Now that winter is among us, the dreaded cold is inevitably here (pandemic or not!). And unfortunately, due to their little immune systems, babies are more likely to come down with a cold than the rest of us.
No matter how hard we try, protecting them from viruses isn’t always possible. This is especially true for babies that are born prematurely or those who are exposed to other children, whether they attend daycare or have older school-aged siblings.
Here are some important things to keep in mind when your baby has a cold, along with steps you can take at home to help your child feel better in a hurry.
Common cold symptoms in babies
According to Dr. Rebekah Diamond, MD, assistant professor of pediatrics at Columbia University and author of the forthcoming book Parent Like a Pediatrician, “Cold symptoms in babies are pretty similar to those in older kids and adults, mostly with cough, congestion, and runny nose.”
Other baby cold symptoms may include:
- Low-grade fever
- Decreased appetite
- Difficulty sleeping
Other infections that mimic colds
Respiratory Syncytial Virus Infection, more commonly referred to as RSV, is often mistaken for the common cold virus; however, RSV can quickly become a serious illness resulting in bronchiolitis or pneumonia and may require hospitalization.
While most children will get RSV at some point before the age of 2, it can be especially dangerous for babies under the age of 6 months.
Croup, which refers to an infection in the upper airway, usually begins as a common cold virus with congestion, cough, and fever. After several days of these symptoms, the inflammation of the windpipe, voice box, and bronchial tubes can result in a loud barking cough—known as the “Croup cough”.
While the majority of Croup cases don’t require hospitalization, it’s important to keep a close eye on your baby. Their small airways are more likely to experience trouble than older children and adults.
Home remedies for colds in babies
While there is no simple cure, there are several baby cold remedies that may help your little one combat infection more comfortably.
This is often difficult for babies who have a decreased appetite or are having trouble nursing or taking a bottle as a result of their nasal congestion, but it’s important to ensure that your baby stays hydrated. Increasing fluids will also help thin out the mucus contributing to the congestion.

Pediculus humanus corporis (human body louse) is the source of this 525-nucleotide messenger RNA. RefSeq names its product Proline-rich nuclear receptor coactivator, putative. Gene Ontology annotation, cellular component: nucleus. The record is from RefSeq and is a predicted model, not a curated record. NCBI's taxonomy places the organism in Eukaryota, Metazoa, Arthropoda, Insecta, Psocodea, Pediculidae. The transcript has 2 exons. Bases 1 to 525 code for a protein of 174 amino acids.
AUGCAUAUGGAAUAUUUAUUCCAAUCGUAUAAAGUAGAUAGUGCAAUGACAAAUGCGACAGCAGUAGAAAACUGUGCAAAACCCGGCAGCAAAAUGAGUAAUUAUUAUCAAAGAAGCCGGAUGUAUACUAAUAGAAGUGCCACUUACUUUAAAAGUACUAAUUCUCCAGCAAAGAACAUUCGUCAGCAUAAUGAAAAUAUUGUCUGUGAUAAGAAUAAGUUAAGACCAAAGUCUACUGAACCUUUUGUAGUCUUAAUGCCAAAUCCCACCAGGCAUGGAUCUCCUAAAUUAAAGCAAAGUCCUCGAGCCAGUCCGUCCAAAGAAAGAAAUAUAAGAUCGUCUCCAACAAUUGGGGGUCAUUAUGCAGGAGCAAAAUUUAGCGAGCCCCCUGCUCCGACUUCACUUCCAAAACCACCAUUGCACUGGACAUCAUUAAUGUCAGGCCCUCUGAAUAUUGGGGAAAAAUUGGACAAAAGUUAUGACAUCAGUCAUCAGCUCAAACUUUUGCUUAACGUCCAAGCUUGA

Tip: Anytime your little one is sick, it’s essential to watch for signs of dehydration. Contact your pediatrician if your baby seems lethargic, is very pale, or has decreased urination.
When paired with saline nasal drops, nasal suctioning can be a great way to keep your baby’s nasal passages clear and allow them to breathe more easily.
Administer the saline drops, wait several minutes to allow the drops to loosen the thick nasal mucus, and then use a rubber-bulb syringe or nasal aspirator to suction each nostril.
Tip: Suctioning your baby’s nostrils prior to feeding your baby may make it easier for them to breathe while eating, which will help keep them hydrated.
Keeping the air moist may help reduce nasal congestion and ease other cold symptoms, like a sore throat or cough. Opt for a cool-mist humidifier to reduce the potential burn risk associated with warm-mist humidifiers.
Tip: You should clean your humidifier daily to reduce the risk of bacterial growth. Otherwise, you may be doing more harm than good.
It’s no surprise that your baby may not be their normal energetic self when battling an illness. They may want to be held more than usual, making it difficult to get anything done. This may feel frustrating, but the extra rest will help your baby’s body build up its immune system and fight off the cold.
Tip: If you’re struggling to get household tasks done and your baby is without a fever, try placing them in an infant carrier or wrap while you go about your chores.
Continue to Breastfeed
If you are breastfeeding, continue to do so as often as possible. Your body will begin making antibodies to combat your baby’s virus, which will then transfer to your baby through your milk.
Tip: It’s normal for a baby’s eating habits to change during sickness. If your infant doesn’t want to nurse, continue offering the breast or expressed milk frequently. On the other hand, they may want to nurse constantly.
The “don’ts” of cold care for babies
Along with ways to soothe a baby, there are several “don’ts” associated with caring for an infant with a cold.
Some of these include:
- Don’t give babies over-the-counter cough and cold medicines.
- Don’t use VapoRub on babies less than 2 years old.
- Avoid giving honey to babies under the age of 1.
When is it time to visit a doctor?
Deciding when it’s time to visit the doctor may depend on the age of the baby. If younger than 3 months old, it’s advised to contact your doctor early—especially if they have a fever.
“Younger babies are more likely to have cold symptoms that also come with more serious breathing problems,” Dr. Diamond explains.
“Any baby that’s breathing fast, flaring their nose when they breathe, sucking in the skin between their ribs, making grunting noises when they breathe, is too tired to wake up, is so fussy that they can’t be consoled even for a little bit, or has signs of dehydration should see a doctor immediately.”
Most importantly, trust your instinct. If you feel that it’s time to visit your doctor, it probably is.
As guidelines continue to evolve around the COVID-19 pandemic, we recommend checking the CDC website for the most up-to-date information.